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    1. Hi, Truedessa! Yes, hauling water was hard work, but it felt like an adventure to us. I'm sure that music has been with humankind since its beginning. Where would we be without it? Have a great weekend!

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  10. Again what a great post. I love the picture of you and your brother. It must have been hard to carry that water everyday but I know you never complained. Where I live we look forward to the ice freezing on Lake Erie because it means we won’t get Lake effect snow in my town in western Pennsylvania. My husband loves The Happy Wanderer and sings along anytime he hears it. That is an old song from his past.

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    1. Thanks, Peggy! I love that photo of Roy and me too. I always feel sympathy for the areas around the Great Lakes when I hear the words "lake effect snow." That usually signals a big dump. I think I must have heard "The Happy Wanderer" a lot on the radio in Charlottetown when I was a little girl, because it was a familiar song that I knew every word of when I heard Father Ouimet playing it that day in Lansdowne House. It always lifts my spirits, even now. I hope the new year has gotten off to a good start for you, Don, and your loved ones. Sending you big hugs!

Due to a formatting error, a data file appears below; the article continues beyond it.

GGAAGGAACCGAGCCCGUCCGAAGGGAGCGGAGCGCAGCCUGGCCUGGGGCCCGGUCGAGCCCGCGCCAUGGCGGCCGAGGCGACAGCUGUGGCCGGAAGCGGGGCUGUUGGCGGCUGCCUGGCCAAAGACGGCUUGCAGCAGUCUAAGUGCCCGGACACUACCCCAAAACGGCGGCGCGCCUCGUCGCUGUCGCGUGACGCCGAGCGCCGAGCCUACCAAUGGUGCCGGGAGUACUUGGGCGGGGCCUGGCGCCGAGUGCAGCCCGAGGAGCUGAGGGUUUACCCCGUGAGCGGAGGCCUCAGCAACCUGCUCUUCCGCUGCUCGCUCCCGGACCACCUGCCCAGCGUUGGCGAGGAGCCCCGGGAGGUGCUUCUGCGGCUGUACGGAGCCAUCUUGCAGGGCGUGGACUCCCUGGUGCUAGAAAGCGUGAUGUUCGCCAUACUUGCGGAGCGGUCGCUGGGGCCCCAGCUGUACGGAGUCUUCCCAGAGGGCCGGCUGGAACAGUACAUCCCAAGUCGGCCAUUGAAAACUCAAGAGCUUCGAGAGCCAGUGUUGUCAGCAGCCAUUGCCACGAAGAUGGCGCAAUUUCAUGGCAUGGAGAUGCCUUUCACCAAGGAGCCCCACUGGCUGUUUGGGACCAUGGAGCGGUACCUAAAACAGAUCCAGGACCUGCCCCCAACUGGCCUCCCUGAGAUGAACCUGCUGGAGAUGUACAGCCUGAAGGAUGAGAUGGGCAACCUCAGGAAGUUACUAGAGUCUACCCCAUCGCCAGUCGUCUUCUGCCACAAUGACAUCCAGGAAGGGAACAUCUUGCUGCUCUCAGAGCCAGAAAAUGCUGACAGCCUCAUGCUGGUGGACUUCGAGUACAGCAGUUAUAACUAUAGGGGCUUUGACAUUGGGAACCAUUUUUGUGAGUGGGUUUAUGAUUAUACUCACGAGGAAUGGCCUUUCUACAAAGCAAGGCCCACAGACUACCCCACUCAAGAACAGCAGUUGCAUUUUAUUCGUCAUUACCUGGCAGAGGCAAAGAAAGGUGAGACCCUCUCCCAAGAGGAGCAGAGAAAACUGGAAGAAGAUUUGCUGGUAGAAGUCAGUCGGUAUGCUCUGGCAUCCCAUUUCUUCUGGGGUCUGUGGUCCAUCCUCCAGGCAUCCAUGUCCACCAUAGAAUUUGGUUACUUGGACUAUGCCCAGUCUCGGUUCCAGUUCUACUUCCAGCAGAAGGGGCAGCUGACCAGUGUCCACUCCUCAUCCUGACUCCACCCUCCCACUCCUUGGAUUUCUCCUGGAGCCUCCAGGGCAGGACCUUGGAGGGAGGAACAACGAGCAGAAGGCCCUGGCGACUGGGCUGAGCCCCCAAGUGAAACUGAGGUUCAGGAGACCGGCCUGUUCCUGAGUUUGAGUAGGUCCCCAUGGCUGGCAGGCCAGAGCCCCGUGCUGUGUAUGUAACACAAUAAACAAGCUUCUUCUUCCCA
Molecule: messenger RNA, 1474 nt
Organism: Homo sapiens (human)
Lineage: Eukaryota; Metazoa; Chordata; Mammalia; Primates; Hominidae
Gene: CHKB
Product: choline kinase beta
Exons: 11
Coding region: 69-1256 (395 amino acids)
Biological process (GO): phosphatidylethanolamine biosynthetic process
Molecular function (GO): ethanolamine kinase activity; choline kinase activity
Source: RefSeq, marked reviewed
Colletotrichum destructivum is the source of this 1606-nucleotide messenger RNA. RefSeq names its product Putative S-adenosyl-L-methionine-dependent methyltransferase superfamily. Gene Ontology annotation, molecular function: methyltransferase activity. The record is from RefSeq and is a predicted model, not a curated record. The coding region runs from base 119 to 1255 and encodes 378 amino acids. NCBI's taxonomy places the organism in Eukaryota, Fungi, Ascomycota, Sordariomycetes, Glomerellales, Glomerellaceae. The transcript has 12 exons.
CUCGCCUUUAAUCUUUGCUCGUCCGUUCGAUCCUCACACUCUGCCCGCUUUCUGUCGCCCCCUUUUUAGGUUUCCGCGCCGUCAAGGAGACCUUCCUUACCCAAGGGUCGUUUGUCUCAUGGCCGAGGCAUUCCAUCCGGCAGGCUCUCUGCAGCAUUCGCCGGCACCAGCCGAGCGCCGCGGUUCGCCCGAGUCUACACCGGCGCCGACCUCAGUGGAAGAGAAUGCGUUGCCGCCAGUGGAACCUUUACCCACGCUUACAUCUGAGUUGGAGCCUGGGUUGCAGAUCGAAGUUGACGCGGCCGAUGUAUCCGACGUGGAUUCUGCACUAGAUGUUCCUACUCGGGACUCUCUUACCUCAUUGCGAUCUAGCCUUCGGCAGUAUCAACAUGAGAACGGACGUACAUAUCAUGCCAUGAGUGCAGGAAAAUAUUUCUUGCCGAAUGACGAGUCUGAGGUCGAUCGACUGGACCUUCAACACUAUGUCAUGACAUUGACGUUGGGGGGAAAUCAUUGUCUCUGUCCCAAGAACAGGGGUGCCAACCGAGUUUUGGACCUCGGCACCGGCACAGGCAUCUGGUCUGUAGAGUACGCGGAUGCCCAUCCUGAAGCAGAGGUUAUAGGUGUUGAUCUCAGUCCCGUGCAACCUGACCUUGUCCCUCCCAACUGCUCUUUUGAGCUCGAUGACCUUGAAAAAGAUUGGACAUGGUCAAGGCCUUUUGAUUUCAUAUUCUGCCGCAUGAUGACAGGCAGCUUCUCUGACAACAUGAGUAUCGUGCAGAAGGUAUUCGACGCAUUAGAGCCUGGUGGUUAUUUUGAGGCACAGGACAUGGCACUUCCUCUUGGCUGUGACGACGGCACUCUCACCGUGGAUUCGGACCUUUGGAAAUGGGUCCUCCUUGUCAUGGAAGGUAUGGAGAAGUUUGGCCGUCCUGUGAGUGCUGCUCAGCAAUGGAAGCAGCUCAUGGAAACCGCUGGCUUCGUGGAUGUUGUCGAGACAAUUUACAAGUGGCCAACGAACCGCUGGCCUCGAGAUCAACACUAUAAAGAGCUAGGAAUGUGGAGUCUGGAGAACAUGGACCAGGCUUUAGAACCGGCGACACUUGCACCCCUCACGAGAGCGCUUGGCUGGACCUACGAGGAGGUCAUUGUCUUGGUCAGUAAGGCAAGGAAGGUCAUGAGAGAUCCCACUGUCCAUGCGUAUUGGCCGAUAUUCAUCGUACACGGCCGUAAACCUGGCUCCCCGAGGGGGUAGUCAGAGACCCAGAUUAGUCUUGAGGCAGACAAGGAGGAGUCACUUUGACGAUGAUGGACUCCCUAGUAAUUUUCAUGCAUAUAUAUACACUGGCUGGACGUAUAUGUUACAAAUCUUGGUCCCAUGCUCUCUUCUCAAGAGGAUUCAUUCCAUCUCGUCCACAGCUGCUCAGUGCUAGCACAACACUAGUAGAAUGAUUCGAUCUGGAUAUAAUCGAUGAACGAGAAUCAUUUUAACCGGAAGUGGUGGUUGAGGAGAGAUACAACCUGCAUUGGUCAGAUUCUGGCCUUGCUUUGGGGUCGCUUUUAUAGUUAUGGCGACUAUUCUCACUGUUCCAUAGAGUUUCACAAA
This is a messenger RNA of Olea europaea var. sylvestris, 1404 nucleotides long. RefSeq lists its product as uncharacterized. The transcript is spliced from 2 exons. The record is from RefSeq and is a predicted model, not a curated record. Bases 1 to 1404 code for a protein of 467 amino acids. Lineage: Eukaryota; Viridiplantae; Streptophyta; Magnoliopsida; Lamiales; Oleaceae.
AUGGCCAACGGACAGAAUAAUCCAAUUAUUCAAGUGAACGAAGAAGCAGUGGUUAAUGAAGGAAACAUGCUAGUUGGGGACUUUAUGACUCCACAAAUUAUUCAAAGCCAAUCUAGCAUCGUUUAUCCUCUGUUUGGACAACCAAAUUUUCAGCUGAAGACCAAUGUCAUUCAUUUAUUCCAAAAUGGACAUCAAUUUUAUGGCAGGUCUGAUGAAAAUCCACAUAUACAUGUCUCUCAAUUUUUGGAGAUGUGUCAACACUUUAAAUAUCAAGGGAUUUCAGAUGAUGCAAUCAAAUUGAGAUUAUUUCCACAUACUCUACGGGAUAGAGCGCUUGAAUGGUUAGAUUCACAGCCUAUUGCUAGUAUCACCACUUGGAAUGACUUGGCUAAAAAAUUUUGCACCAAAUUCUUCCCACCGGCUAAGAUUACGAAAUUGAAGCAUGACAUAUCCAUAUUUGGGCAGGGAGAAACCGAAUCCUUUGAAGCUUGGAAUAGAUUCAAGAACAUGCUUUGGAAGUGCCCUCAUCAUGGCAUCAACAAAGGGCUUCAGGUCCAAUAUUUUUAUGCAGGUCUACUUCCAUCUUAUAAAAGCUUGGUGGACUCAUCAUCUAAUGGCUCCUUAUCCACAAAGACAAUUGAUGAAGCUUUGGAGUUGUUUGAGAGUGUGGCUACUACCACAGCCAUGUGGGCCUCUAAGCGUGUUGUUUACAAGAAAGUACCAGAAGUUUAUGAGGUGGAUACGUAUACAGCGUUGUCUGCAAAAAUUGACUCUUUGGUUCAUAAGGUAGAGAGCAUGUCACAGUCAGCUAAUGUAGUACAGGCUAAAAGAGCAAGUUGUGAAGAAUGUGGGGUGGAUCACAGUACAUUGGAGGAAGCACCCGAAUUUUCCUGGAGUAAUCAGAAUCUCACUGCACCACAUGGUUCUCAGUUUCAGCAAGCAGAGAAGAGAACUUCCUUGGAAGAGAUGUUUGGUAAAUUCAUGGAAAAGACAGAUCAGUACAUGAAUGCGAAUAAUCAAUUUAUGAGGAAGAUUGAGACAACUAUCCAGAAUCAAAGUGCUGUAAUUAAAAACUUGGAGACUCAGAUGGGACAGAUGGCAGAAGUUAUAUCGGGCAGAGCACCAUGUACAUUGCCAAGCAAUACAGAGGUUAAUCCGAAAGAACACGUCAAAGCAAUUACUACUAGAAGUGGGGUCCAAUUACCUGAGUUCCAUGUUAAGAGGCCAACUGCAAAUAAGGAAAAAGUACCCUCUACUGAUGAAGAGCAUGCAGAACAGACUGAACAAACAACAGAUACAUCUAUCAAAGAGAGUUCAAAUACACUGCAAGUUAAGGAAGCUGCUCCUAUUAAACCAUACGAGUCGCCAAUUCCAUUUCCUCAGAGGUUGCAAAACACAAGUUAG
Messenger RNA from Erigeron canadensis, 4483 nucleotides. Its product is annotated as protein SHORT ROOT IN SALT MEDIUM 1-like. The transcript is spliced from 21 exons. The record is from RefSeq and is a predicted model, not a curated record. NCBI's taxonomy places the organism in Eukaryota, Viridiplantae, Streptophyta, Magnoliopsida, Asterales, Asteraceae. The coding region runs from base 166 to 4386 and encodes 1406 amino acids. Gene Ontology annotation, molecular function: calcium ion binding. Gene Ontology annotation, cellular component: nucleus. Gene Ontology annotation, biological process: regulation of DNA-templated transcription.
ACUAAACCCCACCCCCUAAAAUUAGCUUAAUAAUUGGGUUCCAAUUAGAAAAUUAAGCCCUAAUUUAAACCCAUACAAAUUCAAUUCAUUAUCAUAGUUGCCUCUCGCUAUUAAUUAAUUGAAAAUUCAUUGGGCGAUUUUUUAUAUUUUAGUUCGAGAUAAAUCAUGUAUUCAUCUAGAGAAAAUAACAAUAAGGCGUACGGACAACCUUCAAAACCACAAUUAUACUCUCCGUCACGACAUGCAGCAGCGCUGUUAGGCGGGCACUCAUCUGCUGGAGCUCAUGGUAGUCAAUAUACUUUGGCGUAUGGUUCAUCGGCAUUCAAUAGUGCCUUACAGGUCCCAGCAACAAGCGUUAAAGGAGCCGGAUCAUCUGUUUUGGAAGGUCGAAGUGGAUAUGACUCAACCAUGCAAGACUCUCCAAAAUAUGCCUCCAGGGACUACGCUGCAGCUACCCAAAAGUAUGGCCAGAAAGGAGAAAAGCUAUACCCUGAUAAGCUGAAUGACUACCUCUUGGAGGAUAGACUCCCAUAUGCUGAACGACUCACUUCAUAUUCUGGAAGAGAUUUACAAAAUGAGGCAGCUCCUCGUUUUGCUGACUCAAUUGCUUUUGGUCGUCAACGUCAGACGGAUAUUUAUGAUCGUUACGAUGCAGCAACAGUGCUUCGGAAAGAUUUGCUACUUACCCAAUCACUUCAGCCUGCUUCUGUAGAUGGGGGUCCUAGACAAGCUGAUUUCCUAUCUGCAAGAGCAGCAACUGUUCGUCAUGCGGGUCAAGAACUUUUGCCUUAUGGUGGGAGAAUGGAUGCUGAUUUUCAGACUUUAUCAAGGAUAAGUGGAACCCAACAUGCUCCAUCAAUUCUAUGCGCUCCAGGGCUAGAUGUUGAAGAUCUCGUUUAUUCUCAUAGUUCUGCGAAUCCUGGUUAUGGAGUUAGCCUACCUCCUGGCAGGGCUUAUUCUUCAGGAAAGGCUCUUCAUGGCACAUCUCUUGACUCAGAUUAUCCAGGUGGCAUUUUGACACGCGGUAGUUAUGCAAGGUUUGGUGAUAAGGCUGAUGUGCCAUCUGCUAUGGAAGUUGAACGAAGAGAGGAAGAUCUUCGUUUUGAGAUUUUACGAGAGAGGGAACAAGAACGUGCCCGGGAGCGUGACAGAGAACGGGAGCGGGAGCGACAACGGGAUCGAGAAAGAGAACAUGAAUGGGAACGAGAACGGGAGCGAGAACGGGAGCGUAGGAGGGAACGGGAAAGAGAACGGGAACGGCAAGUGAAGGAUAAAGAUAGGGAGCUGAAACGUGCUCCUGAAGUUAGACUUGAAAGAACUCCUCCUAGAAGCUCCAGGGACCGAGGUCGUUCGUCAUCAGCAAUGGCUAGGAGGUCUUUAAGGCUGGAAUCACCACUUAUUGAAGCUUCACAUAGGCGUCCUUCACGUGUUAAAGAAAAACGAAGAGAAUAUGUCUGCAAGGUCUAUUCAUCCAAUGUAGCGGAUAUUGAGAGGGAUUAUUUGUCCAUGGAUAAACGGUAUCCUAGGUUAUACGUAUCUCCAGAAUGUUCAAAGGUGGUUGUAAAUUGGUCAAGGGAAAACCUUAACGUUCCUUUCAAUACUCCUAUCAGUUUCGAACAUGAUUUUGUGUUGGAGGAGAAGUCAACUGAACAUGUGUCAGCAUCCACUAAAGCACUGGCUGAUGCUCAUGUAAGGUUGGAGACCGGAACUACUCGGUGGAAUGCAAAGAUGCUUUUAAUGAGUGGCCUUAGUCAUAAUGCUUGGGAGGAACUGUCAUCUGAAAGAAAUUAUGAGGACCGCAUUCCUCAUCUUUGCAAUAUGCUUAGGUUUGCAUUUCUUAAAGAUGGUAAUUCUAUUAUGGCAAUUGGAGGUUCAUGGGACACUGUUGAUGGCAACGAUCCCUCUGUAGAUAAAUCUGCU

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  11. Holy, what an experience!!! The things you talk about my friend, I can't even imagine!! I so love reading your posts!! Big Hugs!

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    1. Big hugs, Stacy, right back at you! I know some of the things I have experienced are out there, but I'm so glad I had the chance to do them. Wishing you a happy start to your week!

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  12. Such an adventure! It sounds somewhat terrifying too--as a mother. I just can't imagine how your mother must have stressed about your safety every time you went for water. Yikes!

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    1. Hi, Crystal! I don't know how my mother did it. She had great faith in us, and she was the rock in our family. She is the most amazing woman I have ever known. I am in awe of all mothers; they contribute so much to our world. I hope that you new year has gotten off to a great start!